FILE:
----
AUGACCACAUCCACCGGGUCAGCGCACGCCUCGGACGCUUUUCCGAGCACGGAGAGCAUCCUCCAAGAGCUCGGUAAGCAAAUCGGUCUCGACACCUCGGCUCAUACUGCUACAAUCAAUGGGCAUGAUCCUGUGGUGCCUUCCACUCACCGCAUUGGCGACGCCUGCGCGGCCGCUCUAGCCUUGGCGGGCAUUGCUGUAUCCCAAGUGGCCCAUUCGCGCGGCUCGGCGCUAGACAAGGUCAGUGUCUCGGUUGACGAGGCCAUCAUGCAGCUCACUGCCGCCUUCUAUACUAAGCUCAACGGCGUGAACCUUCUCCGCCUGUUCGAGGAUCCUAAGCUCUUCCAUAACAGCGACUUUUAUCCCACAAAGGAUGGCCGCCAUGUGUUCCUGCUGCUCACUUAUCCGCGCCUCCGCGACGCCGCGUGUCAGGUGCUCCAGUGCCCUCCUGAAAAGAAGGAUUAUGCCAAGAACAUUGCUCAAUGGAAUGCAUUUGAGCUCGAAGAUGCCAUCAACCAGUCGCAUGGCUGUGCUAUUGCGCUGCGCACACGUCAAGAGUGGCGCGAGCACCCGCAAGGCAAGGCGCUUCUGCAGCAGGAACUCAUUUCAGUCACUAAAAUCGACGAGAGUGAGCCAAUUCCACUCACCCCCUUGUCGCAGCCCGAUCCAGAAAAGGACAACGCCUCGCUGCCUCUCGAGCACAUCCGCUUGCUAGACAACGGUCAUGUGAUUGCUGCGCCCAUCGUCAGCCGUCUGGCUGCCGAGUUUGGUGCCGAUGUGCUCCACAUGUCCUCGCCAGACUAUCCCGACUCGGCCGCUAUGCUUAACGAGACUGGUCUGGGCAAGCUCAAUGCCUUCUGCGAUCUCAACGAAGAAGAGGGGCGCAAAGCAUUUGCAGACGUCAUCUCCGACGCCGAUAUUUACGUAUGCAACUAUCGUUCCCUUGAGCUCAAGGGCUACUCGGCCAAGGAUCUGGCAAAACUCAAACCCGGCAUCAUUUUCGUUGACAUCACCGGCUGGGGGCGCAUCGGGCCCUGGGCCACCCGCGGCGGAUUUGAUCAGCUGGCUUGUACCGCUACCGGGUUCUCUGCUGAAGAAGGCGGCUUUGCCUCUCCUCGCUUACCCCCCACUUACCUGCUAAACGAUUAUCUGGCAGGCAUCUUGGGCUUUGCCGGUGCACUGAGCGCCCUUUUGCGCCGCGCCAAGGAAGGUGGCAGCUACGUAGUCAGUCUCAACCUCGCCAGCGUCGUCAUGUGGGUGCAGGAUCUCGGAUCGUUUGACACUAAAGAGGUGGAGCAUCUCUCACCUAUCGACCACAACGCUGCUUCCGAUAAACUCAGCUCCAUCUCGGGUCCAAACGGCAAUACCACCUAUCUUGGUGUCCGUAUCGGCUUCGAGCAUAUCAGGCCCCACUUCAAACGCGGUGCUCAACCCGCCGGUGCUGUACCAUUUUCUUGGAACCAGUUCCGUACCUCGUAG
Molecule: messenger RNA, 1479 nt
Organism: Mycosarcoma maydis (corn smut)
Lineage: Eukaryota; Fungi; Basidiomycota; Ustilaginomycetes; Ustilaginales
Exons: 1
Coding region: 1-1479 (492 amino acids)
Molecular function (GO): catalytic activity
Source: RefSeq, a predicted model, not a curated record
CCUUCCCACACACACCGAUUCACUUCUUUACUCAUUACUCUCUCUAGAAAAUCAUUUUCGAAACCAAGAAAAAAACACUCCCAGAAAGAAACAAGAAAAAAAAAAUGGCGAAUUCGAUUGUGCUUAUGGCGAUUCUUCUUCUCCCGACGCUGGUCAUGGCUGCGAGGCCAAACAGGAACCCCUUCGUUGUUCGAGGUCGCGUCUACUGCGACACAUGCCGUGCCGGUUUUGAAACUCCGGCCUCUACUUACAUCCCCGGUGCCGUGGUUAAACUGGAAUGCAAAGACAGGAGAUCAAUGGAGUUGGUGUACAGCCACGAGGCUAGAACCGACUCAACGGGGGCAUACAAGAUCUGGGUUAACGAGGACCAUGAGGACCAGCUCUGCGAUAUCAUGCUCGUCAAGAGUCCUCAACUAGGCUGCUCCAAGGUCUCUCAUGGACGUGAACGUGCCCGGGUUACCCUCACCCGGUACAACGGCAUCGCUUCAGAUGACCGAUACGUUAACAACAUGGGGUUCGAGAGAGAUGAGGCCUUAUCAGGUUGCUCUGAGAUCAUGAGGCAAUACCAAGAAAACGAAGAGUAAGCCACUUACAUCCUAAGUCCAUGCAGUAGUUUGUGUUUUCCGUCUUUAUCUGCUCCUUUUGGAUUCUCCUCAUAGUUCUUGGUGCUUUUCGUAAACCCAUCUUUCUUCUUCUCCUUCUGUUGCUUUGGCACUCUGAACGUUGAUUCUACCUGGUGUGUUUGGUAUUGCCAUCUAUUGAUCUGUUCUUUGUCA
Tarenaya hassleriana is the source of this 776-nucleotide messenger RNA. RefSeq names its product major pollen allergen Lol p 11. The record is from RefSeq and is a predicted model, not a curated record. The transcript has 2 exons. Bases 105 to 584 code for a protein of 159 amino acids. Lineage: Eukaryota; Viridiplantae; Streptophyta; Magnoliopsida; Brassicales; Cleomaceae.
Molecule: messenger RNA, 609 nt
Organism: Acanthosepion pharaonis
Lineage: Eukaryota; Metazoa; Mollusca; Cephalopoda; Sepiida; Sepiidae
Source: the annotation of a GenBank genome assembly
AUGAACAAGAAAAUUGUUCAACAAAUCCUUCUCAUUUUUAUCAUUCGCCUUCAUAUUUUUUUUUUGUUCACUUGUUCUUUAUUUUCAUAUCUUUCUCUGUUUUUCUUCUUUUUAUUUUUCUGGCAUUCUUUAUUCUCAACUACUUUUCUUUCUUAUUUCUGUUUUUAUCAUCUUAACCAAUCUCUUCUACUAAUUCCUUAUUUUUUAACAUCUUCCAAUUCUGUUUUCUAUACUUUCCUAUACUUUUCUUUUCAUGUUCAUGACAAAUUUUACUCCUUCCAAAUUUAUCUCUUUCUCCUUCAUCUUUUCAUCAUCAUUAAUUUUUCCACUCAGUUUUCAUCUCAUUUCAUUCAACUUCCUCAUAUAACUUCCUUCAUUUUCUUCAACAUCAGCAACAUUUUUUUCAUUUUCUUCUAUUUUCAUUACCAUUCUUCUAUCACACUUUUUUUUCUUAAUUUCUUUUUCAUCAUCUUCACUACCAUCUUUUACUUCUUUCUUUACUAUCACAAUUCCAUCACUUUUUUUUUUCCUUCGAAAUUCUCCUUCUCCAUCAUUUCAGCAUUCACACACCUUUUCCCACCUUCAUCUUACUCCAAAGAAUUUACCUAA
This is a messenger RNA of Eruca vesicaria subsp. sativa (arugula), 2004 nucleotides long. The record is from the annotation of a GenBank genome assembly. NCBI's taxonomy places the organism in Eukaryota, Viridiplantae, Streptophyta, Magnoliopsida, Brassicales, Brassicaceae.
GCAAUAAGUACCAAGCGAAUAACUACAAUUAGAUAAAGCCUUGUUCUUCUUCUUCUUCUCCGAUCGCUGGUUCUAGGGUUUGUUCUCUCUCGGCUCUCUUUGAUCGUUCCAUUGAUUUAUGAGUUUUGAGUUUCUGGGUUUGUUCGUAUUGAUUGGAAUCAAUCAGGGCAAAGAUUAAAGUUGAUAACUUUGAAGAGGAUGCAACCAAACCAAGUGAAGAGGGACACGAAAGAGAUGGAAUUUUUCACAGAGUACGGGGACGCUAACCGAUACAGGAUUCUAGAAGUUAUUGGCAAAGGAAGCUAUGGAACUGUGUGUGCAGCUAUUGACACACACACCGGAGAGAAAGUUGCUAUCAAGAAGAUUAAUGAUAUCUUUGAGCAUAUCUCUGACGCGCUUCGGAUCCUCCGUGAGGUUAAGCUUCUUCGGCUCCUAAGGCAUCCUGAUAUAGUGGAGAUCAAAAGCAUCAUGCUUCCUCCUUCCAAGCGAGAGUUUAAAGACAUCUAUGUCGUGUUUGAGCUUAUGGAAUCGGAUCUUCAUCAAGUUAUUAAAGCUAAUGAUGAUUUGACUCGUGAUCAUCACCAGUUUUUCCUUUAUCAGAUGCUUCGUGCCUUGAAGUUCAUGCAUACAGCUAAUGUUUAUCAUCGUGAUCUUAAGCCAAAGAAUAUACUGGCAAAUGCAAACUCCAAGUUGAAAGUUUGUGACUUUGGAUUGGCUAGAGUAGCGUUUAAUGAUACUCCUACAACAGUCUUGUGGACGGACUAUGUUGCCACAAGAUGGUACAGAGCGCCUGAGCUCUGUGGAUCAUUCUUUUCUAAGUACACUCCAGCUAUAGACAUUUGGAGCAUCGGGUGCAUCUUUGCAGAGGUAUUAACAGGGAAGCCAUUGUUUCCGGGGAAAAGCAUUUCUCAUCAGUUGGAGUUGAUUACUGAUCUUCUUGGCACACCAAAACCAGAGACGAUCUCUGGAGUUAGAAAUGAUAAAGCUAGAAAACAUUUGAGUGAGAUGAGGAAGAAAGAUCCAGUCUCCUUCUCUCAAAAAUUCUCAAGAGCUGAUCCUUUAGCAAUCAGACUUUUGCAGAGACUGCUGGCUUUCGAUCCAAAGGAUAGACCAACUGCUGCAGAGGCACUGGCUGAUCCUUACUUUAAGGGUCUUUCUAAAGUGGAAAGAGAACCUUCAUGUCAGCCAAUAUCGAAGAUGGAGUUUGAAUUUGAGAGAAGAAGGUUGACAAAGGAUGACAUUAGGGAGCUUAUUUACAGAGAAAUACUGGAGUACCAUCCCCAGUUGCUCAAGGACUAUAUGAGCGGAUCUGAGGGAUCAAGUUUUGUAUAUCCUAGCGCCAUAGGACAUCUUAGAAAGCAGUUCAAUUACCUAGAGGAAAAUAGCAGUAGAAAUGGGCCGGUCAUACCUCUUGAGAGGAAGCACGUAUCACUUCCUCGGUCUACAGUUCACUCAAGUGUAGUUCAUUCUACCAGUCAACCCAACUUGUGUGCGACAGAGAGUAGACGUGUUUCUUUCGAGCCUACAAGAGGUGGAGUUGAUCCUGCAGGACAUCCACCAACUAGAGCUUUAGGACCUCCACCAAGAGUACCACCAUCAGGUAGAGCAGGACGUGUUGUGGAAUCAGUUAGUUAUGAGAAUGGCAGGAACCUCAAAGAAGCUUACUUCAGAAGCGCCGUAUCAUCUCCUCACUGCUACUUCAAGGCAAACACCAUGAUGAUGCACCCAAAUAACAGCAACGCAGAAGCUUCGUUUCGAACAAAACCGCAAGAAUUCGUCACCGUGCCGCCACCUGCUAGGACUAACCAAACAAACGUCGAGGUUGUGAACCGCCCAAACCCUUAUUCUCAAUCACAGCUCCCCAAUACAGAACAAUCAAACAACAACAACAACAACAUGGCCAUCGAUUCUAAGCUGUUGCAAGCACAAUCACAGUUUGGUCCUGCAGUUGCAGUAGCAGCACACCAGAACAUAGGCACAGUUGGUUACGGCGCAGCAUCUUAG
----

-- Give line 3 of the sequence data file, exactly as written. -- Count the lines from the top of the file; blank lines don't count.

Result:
Organism: Mycosarcoma maydis (corn smut)